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Mets Hot Stove: Dotel, Lo Duca and Filthy Fingered Fans

Mike SteffanosMonday, December 19, 2005
By Mike Steffanos


It continues to be a slow period for Mets news. I will try to post every day this week, anyway, with whatever might be out there. I have one more installment left to go in the series on Key New York Mets Free Agents and Trades that I will attempt to get up this week or next.

New York Post: Dotel may pick his team today
Michael Morrissey reports that free agent relief pitcher Octavio Dotel will "most likely" chose today which team he will play for in 2006. Morrissey cites a source that the Yankees "showed more substantial interest" than the Mets, and it looks like they would be more likely than the Mets to sign him. The Cardinals are also reported to be one of the finalists.

Although it has been reported that Dotel wouldn't be ready to pitch until some time after June, his agent Dan Horwits says, "According to the doctors, sometime in April he'll be major-league ready."

I'm curious to see what Dotel signs for, and if it's a reasonable contract I'd wonder why the Mets didn't pursue him more aggressively. As I mentioned yesterday, the Mets do have some in-house options, with Orber Moreno, Tyler Yates and Bartolome Fortunato coming off of injury, and Cuban Pitcher Alay Solar a possibility, too. Morrissey and others report that the Mets are still pursuing former Cardinal psycho Julian Tavarez, although they are unwilling to offer him more than 3 years.

New York Times: Paul Lo Duca
Ben Sphigel has a really nice, long profile on new Mets catcher Paul Lo Duca, offering Mets fans the following snapshot:

Although the Mets' off-season overhaul has yielded stars like Billy Wagner, an intimidating closer, and Carlos Delgado, a feared power hitter, their acquisition two weeks ago of Lo Duca, a three-time All-Star catcher, could prove just as important in their quest to return to the playoffs for the first time since 2000. The 33-year-old Lo Duca is a more dynamic clubhouse presence than his predecessor, Mike Piazza, and he handles pitchers like a snake charmer, coaxing their best. Lo Duca rarely strikes out, excelling as a situational hitter, and he does not let his ego get in the way of good sense.

Sphpigel quotes Eddie Bane, the Angels' scouting director, who signed Lo Duca while with the Dodgers:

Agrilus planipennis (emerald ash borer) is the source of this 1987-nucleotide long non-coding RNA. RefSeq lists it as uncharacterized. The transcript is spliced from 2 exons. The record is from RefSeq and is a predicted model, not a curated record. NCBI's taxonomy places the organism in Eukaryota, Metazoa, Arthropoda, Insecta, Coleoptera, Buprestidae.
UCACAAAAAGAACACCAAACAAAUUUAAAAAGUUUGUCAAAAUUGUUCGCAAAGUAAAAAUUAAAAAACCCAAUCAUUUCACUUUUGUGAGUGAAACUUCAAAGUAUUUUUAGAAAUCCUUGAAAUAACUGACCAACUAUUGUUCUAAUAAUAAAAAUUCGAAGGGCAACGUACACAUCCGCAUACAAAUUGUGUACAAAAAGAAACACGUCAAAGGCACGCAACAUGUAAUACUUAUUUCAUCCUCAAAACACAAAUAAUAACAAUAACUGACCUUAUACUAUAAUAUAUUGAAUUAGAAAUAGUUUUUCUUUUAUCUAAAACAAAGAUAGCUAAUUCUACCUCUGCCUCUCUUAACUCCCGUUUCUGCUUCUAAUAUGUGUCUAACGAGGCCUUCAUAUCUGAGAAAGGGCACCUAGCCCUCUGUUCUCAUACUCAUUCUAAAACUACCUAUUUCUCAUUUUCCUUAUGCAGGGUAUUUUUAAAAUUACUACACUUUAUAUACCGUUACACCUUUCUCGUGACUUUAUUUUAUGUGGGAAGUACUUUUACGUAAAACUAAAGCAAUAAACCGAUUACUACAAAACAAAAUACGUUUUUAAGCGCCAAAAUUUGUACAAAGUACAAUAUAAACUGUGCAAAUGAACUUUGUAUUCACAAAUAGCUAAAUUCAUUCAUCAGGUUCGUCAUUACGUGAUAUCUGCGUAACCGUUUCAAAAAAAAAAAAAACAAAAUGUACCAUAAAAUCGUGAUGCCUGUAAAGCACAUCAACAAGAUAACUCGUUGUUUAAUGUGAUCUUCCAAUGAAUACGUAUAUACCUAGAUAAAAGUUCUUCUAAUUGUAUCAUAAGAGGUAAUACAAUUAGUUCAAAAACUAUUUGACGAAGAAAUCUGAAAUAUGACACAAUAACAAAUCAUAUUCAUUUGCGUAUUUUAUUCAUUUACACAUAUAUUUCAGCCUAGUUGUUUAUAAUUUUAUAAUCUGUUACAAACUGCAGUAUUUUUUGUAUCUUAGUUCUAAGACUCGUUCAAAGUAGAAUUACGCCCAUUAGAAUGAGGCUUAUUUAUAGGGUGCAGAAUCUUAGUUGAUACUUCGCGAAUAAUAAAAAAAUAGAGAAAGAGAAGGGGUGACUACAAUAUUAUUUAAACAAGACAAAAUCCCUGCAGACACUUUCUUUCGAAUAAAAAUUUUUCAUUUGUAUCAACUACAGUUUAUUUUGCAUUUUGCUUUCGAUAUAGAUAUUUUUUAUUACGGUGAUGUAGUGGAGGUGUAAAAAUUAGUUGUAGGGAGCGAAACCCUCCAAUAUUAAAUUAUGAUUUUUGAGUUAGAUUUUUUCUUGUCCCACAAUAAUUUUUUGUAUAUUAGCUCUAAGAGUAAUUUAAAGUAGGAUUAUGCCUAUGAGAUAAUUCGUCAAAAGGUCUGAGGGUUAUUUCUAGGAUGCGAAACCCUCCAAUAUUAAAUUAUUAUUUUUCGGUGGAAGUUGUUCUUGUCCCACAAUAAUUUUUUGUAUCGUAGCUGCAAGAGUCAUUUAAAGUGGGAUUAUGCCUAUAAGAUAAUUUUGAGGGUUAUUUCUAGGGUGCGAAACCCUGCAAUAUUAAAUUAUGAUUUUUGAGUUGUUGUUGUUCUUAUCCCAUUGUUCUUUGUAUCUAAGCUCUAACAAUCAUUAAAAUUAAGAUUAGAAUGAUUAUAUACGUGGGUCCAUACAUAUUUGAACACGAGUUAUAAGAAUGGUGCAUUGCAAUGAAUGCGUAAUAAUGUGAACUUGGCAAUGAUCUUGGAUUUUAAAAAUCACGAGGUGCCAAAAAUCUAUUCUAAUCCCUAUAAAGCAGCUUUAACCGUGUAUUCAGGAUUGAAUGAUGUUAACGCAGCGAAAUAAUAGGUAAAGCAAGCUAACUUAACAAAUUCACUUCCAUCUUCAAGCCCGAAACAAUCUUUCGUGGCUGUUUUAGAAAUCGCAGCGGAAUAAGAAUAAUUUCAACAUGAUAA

The fans in New York are going to love him immediately, because he's not all about Wall Street or Madison Avenue. Paul is someone they can identify with. He's about as genuine and humble as you can get.

With this, and other things that I've read recently, I'm sold on Lo Duca as a person, and a handler of pitchers. His low percentage of throwing out baserunners, his age, and his tendency to wear down as the season goes on still concern me. But he's definitely someone I can root for.

AtlantaBraves.com: Still arrogant
Just in case you thought obnoxious arrogance might be disappearing from that magical land where playoff games don't sell out, and people don't bother with washing their hands after going to the bathroom, we offer the following from the Braves' Mailbag:

Q: What will be the Braves do in order to compete against a team like the Mets, which has acquired so many great players?

They're hoping to do the same thing they did in 2002, when the Mets entered the season confident that the acquisitions of Mo Vaughn, Roberto Alomar, Jeromy Burnitz and Pedro Astacio would allow them to unseat the Braves...

So we're comparing the signings of Wagner, Lo Duca and Delgado to those stiffs they brought here in 2002? Conveniently ignoring the fact that the Mets added these players to a more solid existing base than there was in 2002?

Criticism of Mets past moves is fair and warranted, but as guilty as the Mets were of thinking they could buy a good team, Braves fans think John Schuerholz can wave his magic wand, and the Braves will magically win the division again.

Contempt for the Mets and other teams in the NL East is certainly warranted -- the run of 14 straight division titles has as much to do with the incompetence of the front offices in Queens and Philadelphia as Schuerholz' undeniable genius. But if there are any fans in sports that are due a comedown, it is certainly the Braves fans. In their own way, they are as bad as Yankee fans. What do they say in the Bible Belt? Pride goeth before a fall...

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